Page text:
The Skin That's In the Game
Advocates for so-called 'consumer-oriented health plans' are fond of saying that patients (consumers) should have 'skin in the game'. I find this offensive, because no one has more 'skin' in the 'game' of health care than someone with an illness or injury who is seeking care. However, what the market advocates mean by this is something else. They mean that buyers of health services should be paying for those services out of their own pocket because that is the only way that 'market' forces will reduce health care costs. Buyers with 'skin' in the game will not spend money on unnecessary services, or so this theory goes. Now comes a report from the Kaiser Family Foundation about the effect these 'consumer-oriented health plans' are having (find the report here). Excerpts:
Kaiser Family Foundation
November 15, 2011
The Economy and Medical Care
By Gary Claxton and Larry Levitt
Various market watchers have reported that the use of health care services has not been growing recently as it had in the past, resulting in lower than expected health care claims for people with private insurance and higher than expected earnings for insurers. A look at physician office visits by nonelderly patients with private insurance over the past decade illustrates the change in the use of services.
Although the total number of visits jumps around somewhat from quarter to quarter, the analysis shows generally that the quarterly number of office visits by privately insured patients increased from about 140 million visits per quarter at the beginning of the decade to 160 million visits early in 2005. The number of non-elderly people with private insurance changed hardly at all over that period, increasing by about 1% according to our analysis of the National Health Interview survey. So, the increase was driven by people with private insurance going to the doctor more often.
From 2005 through 2008, the trend in physician visits was largely flat as the number of people with private insurance dropped slightly (about 1.7%).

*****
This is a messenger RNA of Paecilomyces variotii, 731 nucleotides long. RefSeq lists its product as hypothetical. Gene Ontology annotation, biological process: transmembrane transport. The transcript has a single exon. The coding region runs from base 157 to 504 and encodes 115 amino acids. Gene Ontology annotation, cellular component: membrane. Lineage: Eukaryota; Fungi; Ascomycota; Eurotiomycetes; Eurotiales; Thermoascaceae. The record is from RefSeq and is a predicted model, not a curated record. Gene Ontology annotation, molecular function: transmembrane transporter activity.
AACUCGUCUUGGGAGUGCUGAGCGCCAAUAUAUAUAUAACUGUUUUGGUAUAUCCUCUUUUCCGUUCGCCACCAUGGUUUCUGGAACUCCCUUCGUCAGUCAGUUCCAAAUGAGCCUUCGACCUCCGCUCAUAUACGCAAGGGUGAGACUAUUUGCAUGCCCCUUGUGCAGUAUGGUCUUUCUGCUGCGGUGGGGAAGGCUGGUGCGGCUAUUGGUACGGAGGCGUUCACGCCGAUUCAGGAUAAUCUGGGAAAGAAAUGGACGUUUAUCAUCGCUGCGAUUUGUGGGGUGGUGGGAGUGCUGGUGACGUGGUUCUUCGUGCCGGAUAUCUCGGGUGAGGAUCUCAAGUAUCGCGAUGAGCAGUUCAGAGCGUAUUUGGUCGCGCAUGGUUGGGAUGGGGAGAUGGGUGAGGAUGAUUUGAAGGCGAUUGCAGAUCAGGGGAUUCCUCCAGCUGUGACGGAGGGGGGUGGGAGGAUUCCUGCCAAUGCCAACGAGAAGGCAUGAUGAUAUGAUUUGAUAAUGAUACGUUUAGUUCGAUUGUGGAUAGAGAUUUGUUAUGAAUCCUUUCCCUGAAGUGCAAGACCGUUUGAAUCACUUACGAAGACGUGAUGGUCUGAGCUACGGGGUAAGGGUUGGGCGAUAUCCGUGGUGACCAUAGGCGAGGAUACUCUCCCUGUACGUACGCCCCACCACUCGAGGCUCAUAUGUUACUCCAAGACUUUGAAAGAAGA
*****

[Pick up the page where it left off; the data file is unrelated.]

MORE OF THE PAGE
Then, as the economic downturn deepened, the number of physician visits among the privately insured started a downward trend, which has continued even as the recession technically ended in June of 2009. The number of visits fell to a low of 129 million in the 2nd quarter of 2011, a decline of 17% from 156 million visits in the 2nd quarter of 2009. The number of people with private insurance declined over this period as well as many people lost their jobs and their insurance along with them. But, the decline in the number of people with private insurance is much smaller than the decline in visits – about 2% between 2009 and 2010.
Even people who are insured are going to the doctor less. Likely, consumers are reacting to the severe economic downturn and significant job-loss which has defined the economy over the last several years by cutting back on health spending. Higher deductibles, copays and coinsurance increase the cost of care, and their impact may be magnified in these tough economic times. The Kaiser/HRET Annual Survey of Employer Health Benefits finds that the share of workers covered on the job by plans with a deductible of at least $1,000 grew from 18% in 2008 to 31% this year. In some cases people may be foregoing unnecessary care, meaning that health costs are reduced with little or no effect on health. In other cases people are likely cutting back on necessary care, potentially endangering patients' longer term health and leading to higher costs over time.
To see the Kaiser Family Foundation report about the increase in high deductible health plans (what is really meant by consumer-oriented) look here.
My experience as a primary care physician informs me that patients do not know what is a necessary health care service and what is not. When symptoms are present, patients and their families most often need the guidance of a primary care physician to interpret the symptoms. But placing a high deductible on health benefits puts the patient and family in the position of gambling about whether the care will matter or not. In bad economic times, more often, the choice is to forgo care because the money simply is not available.
The advocates for these market oriented strategies will call this a victory. Physician visits are down 17% and health insurance profits are up by a mirror image amount. But the cost savings of a 17% downturn in outpatient visits are miniscule in the overall scheme of our hugely wasteful $2.5 trillion annual nationwide health bill. But the future costs for care that was not delivered to those with chronic degenerative conditions like hypertension, diabetes, asthma, and arthritis will likely be big. The 'skin in the game' approach is penny wise and pound foolish.
Dr. Joe Jarvis